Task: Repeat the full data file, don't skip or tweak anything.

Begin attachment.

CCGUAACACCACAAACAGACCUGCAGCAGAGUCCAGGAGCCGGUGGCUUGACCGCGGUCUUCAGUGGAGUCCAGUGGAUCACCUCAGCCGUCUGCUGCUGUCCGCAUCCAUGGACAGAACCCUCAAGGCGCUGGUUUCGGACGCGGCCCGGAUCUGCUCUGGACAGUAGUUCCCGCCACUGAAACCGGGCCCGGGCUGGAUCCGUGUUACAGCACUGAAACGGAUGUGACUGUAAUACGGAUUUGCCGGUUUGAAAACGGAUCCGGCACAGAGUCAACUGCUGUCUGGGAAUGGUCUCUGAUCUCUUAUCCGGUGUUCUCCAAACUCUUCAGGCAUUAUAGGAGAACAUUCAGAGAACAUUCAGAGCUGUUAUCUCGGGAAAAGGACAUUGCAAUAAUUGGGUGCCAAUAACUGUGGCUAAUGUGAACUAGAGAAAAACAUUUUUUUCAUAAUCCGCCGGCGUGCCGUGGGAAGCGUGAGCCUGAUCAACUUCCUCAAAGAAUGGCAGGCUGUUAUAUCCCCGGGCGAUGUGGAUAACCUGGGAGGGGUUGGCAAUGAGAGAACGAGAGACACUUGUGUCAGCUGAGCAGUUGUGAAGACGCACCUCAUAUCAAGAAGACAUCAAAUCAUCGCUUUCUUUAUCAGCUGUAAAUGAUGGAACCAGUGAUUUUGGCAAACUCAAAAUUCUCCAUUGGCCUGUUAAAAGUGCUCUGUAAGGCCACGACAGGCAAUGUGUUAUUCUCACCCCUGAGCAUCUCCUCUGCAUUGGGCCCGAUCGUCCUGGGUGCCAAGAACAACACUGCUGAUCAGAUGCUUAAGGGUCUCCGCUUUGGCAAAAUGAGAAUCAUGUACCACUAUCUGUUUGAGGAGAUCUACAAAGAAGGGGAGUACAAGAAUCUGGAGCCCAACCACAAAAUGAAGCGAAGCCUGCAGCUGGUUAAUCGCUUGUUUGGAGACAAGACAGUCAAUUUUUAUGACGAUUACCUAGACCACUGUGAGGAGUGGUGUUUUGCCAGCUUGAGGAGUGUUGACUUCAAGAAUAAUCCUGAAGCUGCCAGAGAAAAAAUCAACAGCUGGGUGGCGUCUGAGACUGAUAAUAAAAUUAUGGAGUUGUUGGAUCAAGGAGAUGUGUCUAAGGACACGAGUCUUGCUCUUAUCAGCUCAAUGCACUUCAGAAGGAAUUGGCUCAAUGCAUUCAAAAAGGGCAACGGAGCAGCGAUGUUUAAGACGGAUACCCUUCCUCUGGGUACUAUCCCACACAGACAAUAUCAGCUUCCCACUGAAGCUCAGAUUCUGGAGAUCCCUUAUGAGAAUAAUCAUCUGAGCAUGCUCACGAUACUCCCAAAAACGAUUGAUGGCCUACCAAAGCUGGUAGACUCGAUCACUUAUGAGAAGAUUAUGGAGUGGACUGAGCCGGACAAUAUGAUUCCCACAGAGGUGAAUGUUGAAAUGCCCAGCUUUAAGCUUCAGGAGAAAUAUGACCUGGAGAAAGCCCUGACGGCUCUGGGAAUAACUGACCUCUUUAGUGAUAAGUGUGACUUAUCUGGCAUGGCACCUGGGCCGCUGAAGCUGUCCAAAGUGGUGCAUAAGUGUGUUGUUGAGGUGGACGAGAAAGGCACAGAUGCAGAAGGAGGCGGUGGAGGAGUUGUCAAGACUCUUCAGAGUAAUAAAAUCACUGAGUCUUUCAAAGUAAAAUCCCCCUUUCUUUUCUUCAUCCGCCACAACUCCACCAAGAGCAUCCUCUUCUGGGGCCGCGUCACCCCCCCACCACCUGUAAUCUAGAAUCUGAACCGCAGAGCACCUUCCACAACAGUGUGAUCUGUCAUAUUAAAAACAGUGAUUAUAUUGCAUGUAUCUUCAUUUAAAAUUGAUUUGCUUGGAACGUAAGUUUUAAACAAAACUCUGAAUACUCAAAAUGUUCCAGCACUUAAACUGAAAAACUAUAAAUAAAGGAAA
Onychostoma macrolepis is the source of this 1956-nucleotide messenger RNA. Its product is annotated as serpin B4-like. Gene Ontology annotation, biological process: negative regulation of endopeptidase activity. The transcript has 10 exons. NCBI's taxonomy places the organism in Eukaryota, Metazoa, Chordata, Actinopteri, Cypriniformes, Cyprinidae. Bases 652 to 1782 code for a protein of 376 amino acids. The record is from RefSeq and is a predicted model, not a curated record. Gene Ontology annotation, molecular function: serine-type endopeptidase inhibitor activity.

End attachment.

CCGUAACACCACAAACAGACCUGCAGCAGAGUCCAGGAGCCGGUGGCUUGACCGCGGUCUUCAGUGGAGUCCAGUGGAUCACCUCAGCCGUCUGCUGCUGUCCGCAUCCAUGGACAGAACCCUCAAGGCGCUGGUUUCGGACGCGGCCCGGAUCUGCUCUGGACAGUAGUUCCCGCCACUGAAACCGGGCCCGGGCUGGAUCCGUGUUACAGCACUGAAACGGAUGUGACUGUAAUACGGAUUUGCCGGUUUGAAAACGGAUCCGGCACAGAGUCAACUGCUGUCUGGGAAUGGUCUCUGAUCUCUUAUCCGGUGUUCUCCAAACUCUUCAGGCAUUAUAGGAGAACAUUCAGAGAACAUUCAGAGCUGUUAUCUCGGGAAAAGGACAUUGCAAUAAUUGGGUGCCAAUAACUGUGGCUAAUGUGAACUAGAGAAAAACAUUUUUUUCAUAAUCCGCCGGCGUGCCGUGGGAAGCGUGAGCCUGAUCAACUUCCUCAAAGAAUGGCAGGCUGUUAUAUCCCCGGGCGAUGUGGAUAACCUGGGAGGGGUUGGCAAUGAGAGAACGAGAGACACUUGUGUCAGCUGAGCAGUUGUGAAGACGCACCUCAUAUCAAGAAGACAUCAAAUCAUCGCUUUCUUUAUCAGCUGUAAAUGAUGGAACCAGUGAUUUUGGCAAACUCAAAAUUCUCCAUUGGCCUGUUAAAAGUGCUCUGUAAGGCCACGACAGGCAAUGUGUUAUUCUCACCCCUGAGCAUCUCCUCUGCAUUGGGCCCGAUCGUCCUGGGUGCCAAGAACAACACUGCUGAUCAGAUGCUUAAGGGUCUCCGCUUUGGCAAAAUGAGAAUCAUGUACCACUAUCUGUUUGAGGAGAUCUACAAAGAAGGGGAGUACAAGAAUCUGGAGCCCAACCACAAAAUGAAGCGAAGCCUGCAGCUGGUUAAUCGCUUGUUUGGAGACAAGACAGUCAAUUUUUAUGACGAUUACCUAGACCACUGUGAGGAGUGGUGUUUUGCCAGCUUGAGGAGUGUUGACUUCAAGAAUAAUCCUGAAGCUGCCAGAGAAAAAAUCAACAGCUGGGUGGCGUCUGAGACUGAUAAUAAAAUUAUGGAGUUGUUGGAUCAAGGAGAUGUGUCUAAGGACACGAGUCUUGCUCUUAUCAGCUCAAUGCACUUCAGAAGGAAUUGGCUCAAUGCAUUCAAAAAGGGCAACGGAGCAGCGAUGUUUAAGACGGAUACCCUUCCUCUGGGUACUAUCCCACACAGACAAUAUCAGCUUCCCACUGAAGCUCAGAUUCUGGAGAUCCCUUAUGAGAAUAAUCAUCUGAGCAUGCUCACGAUACUCCCAAAAACGAUUGAUGGCCUACCAAAGCUGGUAGACUCGAUCACUUAUGAGAAGAUUAUGGAGUGGACUGAGCCGGACAAUAUGAUUCCCACAGAGGUGAAUGUUGAAAUGCCCAGCUUUAAGCUUCAGGAGAAAUAUGACCUGGAGAAAGCCCUGACGGCUCUGGGAAUAACUGACCUCUUUAGUGAUAAGUGUGACUUAUCUGGCAUGGCACCUGGGCCGCUGAAGCUGUCCAAAGUGGUGCAUAAGUGUGUUGUUGAGGUGGACGAGAAAGGCACAGAUGCAGAAGGAGGCGGUGGAGGAGUUGUCAAGACUCUUCAGAGUAAUAAAAUCACUGAGUCUUUCAAAGUAAAAUCCCCCUUUCUUUUCUUCAUCCGCCACAACUCCACCAAGAGCAUCCUCUUCUGGGGCCGCGUCACCCCCCCACCACCUGUAAUCUAGAAUCUGAACCGCAGAGCACCUUCCACAACAGUGUGAUCUGUCAUAUUAAAAACAGUGAUUAUAUUGCAUGUAUCUUCAUUUAAAAUUGAUUUGCUUGGAACGUAAGUUUUAAACAAAACUCUGAAUACUCAAAAUGUUCCAGCACUUAAACUGAAAAACUAUAAAUAAAGGAAA
Onychostoma macrolepis is the source of this 1956-nucleotide messenger RNA. Its product is annotated as serpin B4-like. Gene Ontology annotation, biological process: negative regulation of endopeptidase activity. The transcript has 10 exons. NCBI's taxonomy places the organism in Eukaryota, Metazoa, Chordata, Actinopteri, Cypriniformes, Cyprinidae. Bases 652 to 1782 code for a protein of 376 amino acids. The record is from RefSeq and is a predicted model, not a curated record. Gene Ontology annotation, molecular function: serine-type endopeptidase inhibitor activity.